Virgin Australia to cut capacity by 25% as COVID-19 cases rise

·1 min read
A Virgin Australia Airlines plane is seen at Kingsford Smith International Airport after Australia implemented an entry ban on non-citizens and non-residents due to the coronavirus disease (COVID-19) in Sydney

SYDNEY (Reuters) - Virgin Australia said on Monday it would reduce capacity across its network by around 25% for the rest of January and for February due to reduced travel demand and staff being required to isolate as COVID-19 case numbers rise in Australia.

The airline, which competes against Qantas Airways Ltd, said it would cut some flight frequencies and suspend 10 routes temporarily.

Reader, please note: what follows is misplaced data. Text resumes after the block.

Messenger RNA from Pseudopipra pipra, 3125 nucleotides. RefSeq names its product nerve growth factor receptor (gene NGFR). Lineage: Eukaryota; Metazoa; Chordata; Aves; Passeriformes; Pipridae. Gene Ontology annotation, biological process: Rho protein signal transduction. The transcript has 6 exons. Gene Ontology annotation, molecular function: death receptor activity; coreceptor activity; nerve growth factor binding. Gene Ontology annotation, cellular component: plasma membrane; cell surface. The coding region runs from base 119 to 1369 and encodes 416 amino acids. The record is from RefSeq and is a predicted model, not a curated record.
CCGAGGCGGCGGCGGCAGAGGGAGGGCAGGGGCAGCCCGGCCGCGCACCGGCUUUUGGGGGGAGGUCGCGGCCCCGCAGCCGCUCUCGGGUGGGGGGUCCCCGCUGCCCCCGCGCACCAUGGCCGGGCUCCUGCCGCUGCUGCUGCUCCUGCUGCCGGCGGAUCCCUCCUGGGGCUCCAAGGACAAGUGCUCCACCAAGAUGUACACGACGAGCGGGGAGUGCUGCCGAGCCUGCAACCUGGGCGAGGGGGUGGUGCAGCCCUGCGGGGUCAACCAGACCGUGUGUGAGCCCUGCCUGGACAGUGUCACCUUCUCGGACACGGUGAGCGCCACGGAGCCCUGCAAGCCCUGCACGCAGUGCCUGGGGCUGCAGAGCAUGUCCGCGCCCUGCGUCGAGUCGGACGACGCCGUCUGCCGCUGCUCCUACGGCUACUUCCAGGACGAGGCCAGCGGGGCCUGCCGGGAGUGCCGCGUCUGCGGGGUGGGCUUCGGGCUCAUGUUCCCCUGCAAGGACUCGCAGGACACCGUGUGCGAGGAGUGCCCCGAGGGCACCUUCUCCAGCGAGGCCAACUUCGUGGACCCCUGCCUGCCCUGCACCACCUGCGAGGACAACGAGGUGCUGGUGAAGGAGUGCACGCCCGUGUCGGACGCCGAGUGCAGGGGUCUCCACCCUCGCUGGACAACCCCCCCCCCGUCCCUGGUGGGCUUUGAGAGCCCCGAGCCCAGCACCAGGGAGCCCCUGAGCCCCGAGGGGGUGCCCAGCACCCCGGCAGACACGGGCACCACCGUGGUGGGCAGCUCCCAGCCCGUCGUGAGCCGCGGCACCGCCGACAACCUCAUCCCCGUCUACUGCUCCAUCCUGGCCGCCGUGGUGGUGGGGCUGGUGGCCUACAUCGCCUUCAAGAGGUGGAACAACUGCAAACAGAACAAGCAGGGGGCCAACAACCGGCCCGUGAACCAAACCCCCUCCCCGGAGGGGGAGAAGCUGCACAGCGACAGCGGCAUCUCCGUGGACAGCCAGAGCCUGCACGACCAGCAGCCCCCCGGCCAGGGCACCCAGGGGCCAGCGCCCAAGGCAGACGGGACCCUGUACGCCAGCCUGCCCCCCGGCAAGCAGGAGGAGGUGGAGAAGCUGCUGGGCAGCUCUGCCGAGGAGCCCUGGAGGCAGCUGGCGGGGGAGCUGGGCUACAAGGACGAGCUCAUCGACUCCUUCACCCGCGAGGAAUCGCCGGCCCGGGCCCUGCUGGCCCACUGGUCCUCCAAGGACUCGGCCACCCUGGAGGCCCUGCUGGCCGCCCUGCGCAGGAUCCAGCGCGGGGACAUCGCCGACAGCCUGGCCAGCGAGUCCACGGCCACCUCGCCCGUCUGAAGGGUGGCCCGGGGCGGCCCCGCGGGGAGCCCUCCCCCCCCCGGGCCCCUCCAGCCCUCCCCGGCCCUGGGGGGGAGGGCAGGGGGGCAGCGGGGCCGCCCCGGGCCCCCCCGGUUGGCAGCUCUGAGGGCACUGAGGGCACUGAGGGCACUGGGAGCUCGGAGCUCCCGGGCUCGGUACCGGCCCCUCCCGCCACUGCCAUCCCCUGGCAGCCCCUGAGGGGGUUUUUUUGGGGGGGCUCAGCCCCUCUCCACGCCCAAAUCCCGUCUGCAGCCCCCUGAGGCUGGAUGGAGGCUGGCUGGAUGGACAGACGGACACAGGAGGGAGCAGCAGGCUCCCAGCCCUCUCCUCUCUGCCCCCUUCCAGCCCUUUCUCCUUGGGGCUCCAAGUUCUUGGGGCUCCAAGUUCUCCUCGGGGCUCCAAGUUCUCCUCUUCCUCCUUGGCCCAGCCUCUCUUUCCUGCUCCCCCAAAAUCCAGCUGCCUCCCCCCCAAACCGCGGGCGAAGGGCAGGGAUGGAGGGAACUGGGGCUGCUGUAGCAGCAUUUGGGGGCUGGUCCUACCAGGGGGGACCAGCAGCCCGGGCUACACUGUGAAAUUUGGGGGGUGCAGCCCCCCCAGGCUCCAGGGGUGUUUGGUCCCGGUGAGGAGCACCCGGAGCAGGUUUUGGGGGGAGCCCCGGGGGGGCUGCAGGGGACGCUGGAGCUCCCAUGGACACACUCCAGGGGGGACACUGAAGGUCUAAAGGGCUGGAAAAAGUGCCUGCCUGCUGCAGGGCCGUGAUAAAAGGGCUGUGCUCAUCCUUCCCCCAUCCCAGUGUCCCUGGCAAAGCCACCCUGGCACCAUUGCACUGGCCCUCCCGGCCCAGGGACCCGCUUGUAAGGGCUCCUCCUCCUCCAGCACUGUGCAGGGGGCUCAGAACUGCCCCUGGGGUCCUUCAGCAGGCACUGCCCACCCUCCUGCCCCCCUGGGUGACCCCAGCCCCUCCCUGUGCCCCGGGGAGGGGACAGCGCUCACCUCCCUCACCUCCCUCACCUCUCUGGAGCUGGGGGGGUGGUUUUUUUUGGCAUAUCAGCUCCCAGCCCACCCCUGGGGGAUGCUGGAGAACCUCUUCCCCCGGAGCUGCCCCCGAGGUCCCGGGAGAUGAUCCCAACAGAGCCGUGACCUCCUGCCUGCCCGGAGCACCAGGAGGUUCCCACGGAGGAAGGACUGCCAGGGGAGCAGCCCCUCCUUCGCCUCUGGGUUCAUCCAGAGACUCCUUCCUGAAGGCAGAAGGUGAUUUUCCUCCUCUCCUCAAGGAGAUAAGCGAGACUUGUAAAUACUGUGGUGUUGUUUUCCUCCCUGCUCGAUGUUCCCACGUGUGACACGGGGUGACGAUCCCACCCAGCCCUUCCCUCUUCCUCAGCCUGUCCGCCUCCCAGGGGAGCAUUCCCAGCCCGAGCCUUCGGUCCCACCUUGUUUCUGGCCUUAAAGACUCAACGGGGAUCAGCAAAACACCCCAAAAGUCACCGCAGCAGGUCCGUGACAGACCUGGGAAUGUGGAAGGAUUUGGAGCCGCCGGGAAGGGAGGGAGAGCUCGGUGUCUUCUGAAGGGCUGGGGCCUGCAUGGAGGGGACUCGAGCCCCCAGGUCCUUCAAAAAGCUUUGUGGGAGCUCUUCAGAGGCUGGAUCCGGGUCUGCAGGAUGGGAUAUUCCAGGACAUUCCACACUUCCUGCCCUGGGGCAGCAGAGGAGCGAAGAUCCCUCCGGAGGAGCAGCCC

Australia on Monday surpassed 1 million COVID-19 cases, with more than half of them recorded in the past week, as the Omicron variant ripped through most of the country driving up hospitalisation numbers and putting a strain on supply chains.

Virgin Australia Chief Executive Jayne Hrdlicka said the surge in COVID-19 cases had affected customer confidence.

"Virgin Australia remains focused on growing its network and consumer reach and will resume services as soon travel demand improves," she said in a statement.

The airline said in November it would add seven more Boeing Co 737 NG planes to its fleet, nearly restoring it to pre-pandemic levels, to help meet a goal of obtaining a one-third share of Australia's domestic travel market.

(Reporting by Jamie Freed; Editing by Kim Coghill)

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